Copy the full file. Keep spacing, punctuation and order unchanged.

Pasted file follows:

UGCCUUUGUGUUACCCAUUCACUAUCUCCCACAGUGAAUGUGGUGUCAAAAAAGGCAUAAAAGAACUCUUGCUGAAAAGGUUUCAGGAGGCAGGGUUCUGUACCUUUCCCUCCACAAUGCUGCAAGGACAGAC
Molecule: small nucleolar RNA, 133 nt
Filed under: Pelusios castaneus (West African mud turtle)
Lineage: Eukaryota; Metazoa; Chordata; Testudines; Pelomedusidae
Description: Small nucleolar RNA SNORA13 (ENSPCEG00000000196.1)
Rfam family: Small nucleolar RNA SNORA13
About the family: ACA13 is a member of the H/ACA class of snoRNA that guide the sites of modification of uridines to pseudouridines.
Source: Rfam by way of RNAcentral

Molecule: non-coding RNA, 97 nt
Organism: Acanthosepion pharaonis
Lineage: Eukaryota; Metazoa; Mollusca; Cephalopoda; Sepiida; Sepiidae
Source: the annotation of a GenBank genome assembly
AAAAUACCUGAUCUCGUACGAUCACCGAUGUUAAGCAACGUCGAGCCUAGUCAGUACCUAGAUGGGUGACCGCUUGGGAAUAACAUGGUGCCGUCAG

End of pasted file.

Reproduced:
UGCCUUUGUGUUACCCAUUCACUAUCUCCCACAGUGAAUGUGGUGUCAAAAAAGGCAUAAAAGAACUCUUGCUGAAAAGGUUUCAGGAGGCAGGGUUCUGUACCUUUCCCUCCACAAUGCUGCAAGGACAGAC
Molecule: small nucleolar RNA, 133 nt
Filed under: Pelusios castaneus (West African mud turtle)
Lineage: Eukaryota; Metazoa; Chordata; Testudines; Pelomedusidae
Description: Small nucleolar RNA SNORA13 (ENSPCEG00000000196.1)
Rfam family: Small nucleolar RNA SNORA13
About the family: ACA13 is a member of the H/ACA class of snoRNA that guide the sites of modification of uridines to pseudouridines.
Source: Rfam by way of RNAcentral

Molecule: non-coding RNA, 97 nt
Organism: Acanthosepion pharaonis
Lineage: Eukaryota; Metazoa; Mollusca; Cephalopoda; Sepiida; Sepiidae
Source: the annotation of a GenBank genome assembly
AAAAUACCUGAUCUCGUACGAUCACCGAUGUUAAGCAACGUCGAGCCUAGUCAGUACCUAGAUGGGUGACCGCUUGGGAAUAACAUGGUGCCGUCAG